“The people I’ve worked with in Minnesota are some of the nicest people I have encountered in my entire career … from the incredible buying team, to the awesome production crew, to my adorable hosts, all the way up to the executive team. You guys are pros and, of course, I will miss my EVINE customers the most.”

Somers was a vendor on HSN for many years before exiting that network and coming to Evine.

In her Facebok post she said, “While it’s the end of this chapter for me at EVINE, all of my product lines are still available at and I hope you will register on my web site to stay up-to-date on exciting new announcements:…/subscribe-to-my-email-list.Love,Suzanne.

Home shopping networks do very well in the beauty category, and Evine has added some popular brands such as Skinn and Consulte Beaute, which may have pushed Somers out. But that’s just speculation on our part.

How QVC Says It’s Cutting Down On Returns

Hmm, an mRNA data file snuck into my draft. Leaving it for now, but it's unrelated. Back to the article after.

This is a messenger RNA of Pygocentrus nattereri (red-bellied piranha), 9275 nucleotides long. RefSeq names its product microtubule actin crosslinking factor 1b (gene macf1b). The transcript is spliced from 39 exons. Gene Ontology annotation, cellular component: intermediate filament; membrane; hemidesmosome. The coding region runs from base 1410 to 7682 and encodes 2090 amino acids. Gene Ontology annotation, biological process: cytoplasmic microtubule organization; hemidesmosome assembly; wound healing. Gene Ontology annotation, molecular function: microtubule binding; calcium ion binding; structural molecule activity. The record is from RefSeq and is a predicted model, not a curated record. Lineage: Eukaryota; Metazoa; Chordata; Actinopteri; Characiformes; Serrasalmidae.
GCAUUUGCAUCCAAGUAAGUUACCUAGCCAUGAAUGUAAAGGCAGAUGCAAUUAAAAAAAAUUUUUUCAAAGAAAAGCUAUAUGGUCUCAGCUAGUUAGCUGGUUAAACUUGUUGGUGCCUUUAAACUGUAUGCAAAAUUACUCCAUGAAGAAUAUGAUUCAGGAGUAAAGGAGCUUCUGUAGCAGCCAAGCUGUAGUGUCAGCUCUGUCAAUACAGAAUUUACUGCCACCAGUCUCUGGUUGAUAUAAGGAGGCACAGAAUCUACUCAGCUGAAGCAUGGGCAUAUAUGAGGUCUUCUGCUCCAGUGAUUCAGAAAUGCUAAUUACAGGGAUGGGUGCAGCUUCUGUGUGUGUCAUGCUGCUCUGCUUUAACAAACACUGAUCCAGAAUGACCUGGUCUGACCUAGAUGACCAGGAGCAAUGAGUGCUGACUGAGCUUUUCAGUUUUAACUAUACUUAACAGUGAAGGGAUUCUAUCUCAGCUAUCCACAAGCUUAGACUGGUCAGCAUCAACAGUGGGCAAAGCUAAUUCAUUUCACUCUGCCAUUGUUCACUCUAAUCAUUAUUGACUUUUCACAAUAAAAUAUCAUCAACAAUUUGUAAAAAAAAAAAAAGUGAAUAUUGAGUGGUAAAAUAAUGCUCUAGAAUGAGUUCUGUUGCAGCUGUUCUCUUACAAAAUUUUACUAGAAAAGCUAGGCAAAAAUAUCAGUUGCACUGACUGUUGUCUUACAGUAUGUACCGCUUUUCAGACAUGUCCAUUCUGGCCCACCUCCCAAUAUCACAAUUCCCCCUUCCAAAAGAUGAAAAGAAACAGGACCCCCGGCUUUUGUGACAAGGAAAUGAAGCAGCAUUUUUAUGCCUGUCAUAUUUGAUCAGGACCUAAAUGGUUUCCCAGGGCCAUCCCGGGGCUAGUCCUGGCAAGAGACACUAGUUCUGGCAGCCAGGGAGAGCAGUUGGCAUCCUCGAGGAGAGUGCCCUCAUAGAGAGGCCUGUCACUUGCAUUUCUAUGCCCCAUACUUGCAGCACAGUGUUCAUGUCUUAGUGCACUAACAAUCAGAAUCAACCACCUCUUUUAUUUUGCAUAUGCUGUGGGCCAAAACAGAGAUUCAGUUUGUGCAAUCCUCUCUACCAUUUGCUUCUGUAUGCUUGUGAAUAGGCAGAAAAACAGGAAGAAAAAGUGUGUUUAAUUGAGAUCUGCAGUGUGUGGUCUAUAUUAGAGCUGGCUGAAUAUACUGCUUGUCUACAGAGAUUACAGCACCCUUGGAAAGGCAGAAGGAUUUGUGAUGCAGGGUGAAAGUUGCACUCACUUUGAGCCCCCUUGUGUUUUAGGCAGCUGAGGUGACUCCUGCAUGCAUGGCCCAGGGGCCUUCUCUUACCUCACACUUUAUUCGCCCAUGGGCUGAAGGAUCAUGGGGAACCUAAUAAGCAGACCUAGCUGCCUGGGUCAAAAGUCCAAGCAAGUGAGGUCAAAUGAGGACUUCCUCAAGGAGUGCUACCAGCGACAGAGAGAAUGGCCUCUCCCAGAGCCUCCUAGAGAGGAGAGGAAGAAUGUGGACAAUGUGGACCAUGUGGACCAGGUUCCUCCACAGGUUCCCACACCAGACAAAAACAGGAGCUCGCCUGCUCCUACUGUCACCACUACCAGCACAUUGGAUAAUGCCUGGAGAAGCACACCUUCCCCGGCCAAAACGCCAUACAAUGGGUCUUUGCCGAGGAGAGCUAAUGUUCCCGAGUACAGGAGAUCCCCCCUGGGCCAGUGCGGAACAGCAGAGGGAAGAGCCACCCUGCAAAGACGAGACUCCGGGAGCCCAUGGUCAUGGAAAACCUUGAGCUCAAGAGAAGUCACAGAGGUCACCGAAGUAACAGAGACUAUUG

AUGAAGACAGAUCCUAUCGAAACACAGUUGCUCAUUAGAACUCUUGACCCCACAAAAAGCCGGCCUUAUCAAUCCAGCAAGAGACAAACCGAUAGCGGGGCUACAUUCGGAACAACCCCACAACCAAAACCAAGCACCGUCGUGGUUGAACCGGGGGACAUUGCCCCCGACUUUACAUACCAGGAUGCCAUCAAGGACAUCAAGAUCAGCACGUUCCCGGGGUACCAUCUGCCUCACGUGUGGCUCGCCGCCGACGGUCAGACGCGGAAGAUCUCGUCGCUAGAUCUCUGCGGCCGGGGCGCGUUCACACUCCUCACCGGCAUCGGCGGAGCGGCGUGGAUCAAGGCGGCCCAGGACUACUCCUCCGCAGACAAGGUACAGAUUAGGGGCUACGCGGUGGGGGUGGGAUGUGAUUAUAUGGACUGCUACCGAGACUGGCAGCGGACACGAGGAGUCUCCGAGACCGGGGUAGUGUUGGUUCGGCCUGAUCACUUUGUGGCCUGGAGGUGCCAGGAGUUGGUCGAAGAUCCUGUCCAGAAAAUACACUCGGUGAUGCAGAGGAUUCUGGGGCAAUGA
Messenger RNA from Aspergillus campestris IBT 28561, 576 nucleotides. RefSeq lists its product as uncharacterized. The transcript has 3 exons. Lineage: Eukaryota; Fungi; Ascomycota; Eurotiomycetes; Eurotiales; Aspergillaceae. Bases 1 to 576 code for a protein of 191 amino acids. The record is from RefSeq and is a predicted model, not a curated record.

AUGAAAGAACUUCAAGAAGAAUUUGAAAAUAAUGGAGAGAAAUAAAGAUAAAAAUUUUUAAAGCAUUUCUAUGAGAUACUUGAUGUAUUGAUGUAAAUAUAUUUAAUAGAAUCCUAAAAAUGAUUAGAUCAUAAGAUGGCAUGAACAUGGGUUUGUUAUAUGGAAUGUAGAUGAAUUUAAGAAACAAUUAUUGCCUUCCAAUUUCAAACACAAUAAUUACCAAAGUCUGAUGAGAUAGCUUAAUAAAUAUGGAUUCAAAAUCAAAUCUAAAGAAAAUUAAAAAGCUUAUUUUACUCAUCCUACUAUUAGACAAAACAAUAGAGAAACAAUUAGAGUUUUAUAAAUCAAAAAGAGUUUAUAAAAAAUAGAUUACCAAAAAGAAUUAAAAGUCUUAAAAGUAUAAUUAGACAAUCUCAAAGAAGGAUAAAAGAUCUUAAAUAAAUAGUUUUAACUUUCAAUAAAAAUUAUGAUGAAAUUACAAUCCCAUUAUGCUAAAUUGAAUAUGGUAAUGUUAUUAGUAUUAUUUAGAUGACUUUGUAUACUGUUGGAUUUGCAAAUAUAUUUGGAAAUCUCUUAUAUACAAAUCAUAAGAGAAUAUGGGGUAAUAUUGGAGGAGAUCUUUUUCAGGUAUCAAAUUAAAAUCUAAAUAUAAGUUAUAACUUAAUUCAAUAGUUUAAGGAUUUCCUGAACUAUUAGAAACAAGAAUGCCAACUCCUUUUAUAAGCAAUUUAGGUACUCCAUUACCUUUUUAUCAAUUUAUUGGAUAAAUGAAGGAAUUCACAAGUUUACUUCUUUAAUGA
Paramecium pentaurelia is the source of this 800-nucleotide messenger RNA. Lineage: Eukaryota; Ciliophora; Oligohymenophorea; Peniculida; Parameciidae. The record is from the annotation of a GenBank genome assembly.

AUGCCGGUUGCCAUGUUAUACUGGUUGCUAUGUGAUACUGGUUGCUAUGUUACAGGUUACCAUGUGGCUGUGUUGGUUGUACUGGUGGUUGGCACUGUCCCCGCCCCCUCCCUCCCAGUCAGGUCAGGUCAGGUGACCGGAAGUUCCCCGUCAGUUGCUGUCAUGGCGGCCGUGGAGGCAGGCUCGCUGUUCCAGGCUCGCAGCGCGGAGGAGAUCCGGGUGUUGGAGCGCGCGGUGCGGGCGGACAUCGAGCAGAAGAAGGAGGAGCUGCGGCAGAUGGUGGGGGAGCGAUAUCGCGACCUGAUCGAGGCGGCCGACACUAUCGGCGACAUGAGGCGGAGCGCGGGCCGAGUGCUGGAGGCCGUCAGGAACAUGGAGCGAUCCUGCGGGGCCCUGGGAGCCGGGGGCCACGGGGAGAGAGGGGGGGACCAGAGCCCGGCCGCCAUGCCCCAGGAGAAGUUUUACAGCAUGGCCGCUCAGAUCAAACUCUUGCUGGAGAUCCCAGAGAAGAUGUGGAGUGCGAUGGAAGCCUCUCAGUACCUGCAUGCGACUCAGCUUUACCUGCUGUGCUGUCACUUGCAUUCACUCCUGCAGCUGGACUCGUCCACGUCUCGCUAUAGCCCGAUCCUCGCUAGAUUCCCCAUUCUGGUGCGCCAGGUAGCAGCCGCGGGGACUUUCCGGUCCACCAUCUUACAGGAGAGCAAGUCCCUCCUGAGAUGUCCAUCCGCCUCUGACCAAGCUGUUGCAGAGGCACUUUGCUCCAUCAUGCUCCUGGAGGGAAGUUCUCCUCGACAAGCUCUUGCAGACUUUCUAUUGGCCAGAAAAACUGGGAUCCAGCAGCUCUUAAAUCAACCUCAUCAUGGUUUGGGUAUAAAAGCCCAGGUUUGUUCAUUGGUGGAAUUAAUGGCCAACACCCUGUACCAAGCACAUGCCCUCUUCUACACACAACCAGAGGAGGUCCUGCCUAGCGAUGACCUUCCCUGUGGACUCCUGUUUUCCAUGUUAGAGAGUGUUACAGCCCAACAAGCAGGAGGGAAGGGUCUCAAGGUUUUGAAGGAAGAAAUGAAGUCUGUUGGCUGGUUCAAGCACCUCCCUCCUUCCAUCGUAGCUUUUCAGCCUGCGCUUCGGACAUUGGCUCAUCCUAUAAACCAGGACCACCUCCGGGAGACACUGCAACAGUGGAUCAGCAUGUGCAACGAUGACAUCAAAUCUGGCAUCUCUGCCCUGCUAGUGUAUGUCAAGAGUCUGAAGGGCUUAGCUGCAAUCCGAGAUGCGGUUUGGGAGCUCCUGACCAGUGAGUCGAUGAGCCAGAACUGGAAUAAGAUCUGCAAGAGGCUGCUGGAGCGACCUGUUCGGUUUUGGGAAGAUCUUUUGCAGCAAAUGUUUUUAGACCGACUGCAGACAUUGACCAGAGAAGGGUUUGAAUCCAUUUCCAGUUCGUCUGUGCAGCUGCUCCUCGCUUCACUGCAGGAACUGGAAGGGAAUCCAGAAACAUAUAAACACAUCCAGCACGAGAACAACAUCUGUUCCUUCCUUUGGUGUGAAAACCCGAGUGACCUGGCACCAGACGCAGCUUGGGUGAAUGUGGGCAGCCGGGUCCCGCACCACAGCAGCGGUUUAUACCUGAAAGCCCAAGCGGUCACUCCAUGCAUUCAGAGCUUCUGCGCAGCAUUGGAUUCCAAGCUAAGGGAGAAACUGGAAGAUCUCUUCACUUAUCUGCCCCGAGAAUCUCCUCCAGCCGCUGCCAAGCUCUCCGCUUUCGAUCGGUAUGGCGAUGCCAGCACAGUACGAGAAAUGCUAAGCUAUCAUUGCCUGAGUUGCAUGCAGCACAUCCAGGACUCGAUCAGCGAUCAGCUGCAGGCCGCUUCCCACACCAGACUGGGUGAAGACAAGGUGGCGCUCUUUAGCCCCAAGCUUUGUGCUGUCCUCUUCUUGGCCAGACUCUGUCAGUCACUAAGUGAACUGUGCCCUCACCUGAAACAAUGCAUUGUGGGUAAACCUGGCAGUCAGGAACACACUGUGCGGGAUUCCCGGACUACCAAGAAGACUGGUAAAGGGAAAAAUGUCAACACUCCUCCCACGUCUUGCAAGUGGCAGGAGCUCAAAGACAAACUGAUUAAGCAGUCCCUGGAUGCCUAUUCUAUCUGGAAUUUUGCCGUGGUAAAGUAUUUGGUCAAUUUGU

December 26, 2013

Belated Merry Christmas, folks! HSN is doing 24 hours of jewelry clearance today, which is tempting even for those of us who rang up our charge cards shopping for the holidays.

We were so busy it has taken us a few days to blog about a Wall Street Journal story earlier this week, one where QVC stuck its two cents in.

The Journal article, “Rampant Returns Plague E-Retailers,” described how online retailers are using their data on orders to try to cut down on returns. As many of us know from personal experience, one way that QVC and other home shopping networks try to reduce returns is by threatening to cut off shoppers who return too much merchandise, despite the channels’ 30-day-unconditional return policies.

QVC didn’t talk about that little fact in the story.